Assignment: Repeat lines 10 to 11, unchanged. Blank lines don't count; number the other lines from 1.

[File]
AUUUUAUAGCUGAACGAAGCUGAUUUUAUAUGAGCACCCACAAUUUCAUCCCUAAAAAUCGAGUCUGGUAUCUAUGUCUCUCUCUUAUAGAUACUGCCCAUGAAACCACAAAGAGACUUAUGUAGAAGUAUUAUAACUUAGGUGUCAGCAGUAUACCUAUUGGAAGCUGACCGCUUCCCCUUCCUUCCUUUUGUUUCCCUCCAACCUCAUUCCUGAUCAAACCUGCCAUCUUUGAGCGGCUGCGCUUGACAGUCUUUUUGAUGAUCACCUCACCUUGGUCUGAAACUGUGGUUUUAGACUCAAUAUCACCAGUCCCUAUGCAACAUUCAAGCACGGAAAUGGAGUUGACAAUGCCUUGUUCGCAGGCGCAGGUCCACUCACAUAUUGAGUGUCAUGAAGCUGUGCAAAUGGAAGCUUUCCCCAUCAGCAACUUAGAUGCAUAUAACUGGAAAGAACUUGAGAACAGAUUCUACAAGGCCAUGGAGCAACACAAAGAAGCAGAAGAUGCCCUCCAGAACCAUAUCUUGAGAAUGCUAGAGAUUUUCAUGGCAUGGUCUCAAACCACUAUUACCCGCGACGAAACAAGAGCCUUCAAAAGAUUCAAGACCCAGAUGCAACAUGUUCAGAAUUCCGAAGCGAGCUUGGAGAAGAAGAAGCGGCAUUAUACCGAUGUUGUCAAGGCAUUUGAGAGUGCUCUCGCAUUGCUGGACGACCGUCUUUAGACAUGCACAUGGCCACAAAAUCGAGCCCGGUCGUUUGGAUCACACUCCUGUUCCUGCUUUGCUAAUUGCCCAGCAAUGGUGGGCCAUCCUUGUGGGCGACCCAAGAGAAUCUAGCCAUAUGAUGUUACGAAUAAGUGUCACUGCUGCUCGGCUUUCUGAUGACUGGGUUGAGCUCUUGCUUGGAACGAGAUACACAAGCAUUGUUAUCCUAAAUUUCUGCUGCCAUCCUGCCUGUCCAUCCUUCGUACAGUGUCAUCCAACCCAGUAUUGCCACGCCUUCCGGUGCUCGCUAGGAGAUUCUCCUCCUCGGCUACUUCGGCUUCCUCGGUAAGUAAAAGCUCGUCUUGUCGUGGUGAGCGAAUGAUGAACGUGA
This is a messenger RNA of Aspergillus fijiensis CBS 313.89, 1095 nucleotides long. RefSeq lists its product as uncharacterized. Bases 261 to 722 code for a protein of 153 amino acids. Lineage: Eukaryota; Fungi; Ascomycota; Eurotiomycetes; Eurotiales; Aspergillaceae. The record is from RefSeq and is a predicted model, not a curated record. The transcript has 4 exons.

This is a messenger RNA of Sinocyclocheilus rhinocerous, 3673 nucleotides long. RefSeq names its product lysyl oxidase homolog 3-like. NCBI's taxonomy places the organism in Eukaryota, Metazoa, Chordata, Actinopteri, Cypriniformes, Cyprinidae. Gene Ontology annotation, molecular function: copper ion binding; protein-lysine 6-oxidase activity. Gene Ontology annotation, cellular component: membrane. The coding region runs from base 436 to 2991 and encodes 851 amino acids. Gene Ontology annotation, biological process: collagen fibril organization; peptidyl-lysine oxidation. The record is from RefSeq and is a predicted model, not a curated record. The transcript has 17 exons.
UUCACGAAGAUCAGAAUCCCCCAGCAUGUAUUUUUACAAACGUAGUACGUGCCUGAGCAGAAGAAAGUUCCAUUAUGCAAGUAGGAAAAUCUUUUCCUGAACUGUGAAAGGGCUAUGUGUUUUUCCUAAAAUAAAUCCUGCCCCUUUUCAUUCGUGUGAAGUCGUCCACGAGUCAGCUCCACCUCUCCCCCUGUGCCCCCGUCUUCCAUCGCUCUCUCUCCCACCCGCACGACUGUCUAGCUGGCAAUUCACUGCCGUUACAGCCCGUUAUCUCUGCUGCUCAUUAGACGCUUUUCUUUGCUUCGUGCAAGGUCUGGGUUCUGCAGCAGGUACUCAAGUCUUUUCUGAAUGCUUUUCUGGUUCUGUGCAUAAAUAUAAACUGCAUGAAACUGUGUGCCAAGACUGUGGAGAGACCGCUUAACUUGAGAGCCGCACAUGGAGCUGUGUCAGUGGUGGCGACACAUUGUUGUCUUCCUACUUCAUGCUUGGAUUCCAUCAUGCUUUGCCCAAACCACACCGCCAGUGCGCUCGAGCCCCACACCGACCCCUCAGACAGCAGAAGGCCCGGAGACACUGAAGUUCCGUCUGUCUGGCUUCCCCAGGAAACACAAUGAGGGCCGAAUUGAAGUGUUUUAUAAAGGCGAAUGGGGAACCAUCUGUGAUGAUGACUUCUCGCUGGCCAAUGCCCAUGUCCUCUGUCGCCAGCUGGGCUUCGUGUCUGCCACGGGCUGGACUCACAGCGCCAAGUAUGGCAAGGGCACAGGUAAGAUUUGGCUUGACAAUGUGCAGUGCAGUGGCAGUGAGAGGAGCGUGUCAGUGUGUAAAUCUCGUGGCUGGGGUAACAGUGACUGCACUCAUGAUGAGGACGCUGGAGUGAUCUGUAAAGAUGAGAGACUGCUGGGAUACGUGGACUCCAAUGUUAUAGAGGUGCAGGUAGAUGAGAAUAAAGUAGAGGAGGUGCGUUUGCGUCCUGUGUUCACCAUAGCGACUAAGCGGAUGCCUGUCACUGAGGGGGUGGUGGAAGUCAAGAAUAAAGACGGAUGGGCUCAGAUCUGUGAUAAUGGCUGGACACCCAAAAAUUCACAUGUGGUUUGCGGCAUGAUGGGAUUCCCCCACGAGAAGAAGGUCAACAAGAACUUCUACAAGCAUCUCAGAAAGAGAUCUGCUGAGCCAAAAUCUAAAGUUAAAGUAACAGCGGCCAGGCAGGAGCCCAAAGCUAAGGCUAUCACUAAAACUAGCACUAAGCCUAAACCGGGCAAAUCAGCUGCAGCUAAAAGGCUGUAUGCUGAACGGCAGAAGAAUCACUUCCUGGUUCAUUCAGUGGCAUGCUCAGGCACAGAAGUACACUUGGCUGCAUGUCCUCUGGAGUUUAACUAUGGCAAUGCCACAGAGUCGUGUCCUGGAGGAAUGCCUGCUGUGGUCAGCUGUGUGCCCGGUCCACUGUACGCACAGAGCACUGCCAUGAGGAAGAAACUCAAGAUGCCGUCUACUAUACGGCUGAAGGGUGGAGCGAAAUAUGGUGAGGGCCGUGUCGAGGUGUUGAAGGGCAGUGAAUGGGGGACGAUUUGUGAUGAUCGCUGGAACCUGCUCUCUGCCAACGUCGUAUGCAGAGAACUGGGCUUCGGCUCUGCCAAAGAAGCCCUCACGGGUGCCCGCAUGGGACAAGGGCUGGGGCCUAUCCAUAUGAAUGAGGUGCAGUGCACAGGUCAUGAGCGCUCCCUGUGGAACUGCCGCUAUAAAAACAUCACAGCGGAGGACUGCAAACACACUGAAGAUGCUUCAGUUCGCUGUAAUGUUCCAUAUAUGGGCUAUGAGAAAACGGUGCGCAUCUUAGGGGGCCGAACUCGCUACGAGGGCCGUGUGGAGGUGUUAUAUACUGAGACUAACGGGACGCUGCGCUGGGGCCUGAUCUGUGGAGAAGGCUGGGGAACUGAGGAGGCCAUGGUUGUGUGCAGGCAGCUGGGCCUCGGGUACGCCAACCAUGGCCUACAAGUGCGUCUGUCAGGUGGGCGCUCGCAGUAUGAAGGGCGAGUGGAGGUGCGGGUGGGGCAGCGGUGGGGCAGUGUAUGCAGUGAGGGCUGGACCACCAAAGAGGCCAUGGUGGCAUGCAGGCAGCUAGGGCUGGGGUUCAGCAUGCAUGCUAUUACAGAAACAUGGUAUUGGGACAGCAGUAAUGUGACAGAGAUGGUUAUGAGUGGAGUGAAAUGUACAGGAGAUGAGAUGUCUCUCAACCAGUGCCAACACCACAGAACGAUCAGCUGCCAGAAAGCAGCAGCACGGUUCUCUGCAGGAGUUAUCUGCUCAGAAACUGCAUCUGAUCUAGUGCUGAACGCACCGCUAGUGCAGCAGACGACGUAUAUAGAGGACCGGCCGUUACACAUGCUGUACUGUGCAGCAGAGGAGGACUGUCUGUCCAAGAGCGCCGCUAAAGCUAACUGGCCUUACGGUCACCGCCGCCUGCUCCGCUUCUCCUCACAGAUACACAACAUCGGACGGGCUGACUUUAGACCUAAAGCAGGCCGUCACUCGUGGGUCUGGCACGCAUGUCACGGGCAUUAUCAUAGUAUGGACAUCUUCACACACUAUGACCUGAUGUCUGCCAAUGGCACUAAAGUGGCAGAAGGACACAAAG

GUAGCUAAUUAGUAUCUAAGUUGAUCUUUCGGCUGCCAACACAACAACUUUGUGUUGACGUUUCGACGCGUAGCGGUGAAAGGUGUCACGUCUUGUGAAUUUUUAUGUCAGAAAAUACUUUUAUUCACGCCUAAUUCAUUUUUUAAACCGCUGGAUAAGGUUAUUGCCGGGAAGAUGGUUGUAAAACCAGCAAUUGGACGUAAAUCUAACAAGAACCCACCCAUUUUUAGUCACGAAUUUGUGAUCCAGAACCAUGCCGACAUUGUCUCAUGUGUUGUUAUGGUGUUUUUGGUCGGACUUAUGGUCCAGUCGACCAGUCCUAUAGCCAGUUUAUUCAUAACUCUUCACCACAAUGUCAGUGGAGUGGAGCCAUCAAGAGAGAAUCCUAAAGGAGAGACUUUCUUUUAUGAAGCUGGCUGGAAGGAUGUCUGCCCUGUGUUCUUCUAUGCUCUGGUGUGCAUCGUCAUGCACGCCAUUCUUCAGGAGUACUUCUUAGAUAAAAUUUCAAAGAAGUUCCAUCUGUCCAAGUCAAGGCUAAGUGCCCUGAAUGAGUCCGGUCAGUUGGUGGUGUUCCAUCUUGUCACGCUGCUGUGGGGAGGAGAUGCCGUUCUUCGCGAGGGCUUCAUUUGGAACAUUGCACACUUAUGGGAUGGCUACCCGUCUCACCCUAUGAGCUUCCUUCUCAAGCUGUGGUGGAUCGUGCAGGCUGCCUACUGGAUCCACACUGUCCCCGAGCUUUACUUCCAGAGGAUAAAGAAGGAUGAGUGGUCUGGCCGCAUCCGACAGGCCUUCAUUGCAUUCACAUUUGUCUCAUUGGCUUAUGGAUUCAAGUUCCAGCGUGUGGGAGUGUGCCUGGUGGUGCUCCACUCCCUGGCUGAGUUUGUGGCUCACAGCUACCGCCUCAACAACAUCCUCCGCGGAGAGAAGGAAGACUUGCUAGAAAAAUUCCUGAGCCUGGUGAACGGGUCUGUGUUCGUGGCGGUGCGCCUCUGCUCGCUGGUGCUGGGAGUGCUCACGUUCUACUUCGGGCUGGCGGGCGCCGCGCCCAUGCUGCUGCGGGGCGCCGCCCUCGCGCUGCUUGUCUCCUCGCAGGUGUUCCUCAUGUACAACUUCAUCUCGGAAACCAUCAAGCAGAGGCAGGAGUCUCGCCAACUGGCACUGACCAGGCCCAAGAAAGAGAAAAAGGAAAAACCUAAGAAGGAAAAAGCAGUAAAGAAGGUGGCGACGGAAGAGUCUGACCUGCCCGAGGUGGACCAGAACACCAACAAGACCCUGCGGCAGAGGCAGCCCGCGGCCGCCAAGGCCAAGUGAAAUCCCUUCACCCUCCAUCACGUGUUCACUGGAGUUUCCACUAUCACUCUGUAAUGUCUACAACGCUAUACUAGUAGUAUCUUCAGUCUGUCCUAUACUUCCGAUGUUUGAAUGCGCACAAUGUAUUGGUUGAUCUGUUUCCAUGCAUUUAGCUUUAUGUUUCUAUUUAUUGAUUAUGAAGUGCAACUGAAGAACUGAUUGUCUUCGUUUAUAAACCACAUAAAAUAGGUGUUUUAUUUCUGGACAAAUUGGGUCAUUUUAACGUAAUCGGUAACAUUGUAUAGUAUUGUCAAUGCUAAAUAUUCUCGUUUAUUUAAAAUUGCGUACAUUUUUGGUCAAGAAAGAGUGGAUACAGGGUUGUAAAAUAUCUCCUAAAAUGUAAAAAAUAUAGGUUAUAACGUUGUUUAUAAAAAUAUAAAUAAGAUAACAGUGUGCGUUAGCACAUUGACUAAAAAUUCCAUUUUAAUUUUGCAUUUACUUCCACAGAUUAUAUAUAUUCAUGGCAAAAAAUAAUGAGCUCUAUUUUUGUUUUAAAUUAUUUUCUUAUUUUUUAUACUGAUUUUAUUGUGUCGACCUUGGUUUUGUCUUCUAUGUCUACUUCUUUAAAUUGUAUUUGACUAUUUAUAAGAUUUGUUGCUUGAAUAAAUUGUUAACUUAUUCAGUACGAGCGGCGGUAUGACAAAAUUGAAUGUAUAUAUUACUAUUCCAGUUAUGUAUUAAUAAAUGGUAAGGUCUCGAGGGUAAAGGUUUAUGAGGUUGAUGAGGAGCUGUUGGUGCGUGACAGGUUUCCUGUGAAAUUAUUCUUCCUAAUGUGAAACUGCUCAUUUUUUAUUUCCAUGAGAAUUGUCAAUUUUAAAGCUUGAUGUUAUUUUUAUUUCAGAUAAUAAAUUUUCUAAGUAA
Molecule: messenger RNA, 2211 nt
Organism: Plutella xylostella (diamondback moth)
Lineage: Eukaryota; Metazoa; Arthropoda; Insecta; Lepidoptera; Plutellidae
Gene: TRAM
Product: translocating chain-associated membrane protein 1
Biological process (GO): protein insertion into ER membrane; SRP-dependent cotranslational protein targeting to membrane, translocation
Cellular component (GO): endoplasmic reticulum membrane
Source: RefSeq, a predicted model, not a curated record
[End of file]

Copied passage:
Product: translocating chain-associated membrane protein 1
Biological process (GO): protein insertion into ER membrane; SRP-dependent cotranslational protein targeting to membrane, translocation